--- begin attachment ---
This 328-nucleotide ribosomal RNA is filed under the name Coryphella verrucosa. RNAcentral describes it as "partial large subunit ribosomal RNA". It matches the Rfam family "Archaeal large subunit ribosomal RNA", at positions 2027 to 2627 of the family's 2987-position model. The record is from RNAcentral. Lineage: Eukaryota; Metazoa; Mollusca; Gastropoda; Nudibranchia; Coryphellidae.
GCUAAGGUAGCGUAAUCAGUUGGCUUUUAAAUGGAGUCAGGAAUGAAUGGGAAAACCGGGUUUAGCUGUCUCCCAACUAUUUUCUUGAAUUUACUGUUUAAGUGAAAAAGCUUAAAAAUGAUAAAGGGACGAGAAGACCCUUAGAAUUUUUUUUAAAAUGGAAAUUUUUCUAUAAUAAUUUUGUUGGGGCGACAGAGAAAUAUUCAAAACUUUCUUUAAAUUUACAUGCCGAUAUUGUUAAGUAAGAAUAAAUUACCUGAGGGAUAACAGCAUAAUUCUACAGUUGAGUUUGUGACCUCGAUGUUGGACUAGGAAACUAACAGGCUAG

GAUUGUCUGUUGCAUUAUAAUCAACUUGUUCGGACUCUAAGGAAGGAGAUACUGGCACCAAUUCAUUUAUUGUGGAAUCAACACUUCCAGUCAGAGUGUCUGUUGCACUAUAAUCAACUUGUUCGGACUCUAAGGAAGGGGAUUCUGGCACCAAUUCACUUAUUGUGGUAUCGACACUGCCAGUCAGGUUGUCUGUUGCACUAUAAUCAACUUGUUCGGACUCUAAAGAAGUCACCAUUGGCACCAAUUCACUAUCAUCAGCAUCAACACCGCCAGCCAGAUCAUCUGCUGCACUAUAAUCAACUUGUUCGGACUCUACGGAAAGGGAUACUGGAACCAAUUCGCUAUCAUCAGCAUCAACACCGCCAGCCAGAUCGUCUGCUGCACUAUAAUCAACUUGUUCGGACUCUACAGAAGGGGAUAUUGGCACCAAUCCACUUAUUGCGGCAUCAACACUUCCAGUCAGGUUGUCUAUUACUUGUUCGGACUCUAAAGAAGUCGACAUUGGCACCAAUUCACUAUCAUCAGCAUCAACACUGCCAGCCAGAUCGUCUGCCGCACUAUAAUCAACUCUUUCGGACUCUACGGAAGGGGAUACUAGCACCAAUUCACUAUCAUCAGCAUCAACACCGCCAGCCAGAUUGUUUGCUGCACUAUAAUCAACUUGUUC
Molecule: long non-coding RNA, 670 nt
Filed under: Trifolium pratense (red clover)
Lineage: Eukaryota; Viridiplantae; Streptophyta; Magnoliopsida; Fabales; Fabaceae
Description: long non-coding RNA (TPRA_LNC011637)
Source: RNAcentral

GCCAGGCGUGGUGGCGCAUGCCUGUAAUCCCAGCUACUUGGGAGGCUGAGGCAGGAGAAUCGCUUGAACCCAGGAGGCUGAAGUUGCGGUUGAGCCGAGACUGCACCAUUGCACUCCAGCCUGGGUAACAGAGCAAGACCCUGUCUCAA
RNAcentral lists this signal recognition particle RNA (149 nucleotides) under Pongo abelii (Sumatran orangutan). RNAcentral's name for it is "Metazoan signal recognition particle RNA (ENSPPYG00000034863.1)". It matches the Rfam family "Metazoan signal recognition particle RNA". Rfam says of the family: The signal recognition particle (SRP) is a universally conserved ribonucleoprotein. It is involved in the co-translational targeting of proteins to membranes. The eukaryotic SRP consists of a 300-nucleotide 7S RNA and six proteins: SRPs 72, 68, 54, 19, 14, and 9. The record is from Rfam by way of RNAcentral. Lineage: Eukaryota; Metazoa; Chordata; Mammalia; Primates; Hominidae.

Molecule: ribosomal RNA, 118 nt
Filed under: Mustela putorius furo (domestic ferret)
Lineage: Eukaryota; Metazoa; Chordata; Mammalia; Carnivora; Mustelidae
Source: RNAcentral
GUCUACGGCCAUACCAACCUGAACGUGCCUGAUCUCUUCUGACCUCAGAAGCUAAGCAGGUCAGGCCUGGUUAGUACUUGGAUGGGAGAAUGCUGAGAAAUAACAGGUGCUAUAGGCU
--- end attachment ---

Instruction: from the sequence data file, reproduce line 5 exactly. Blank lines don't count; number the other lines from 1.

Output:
Filed under: Trifolium pratense (red clover)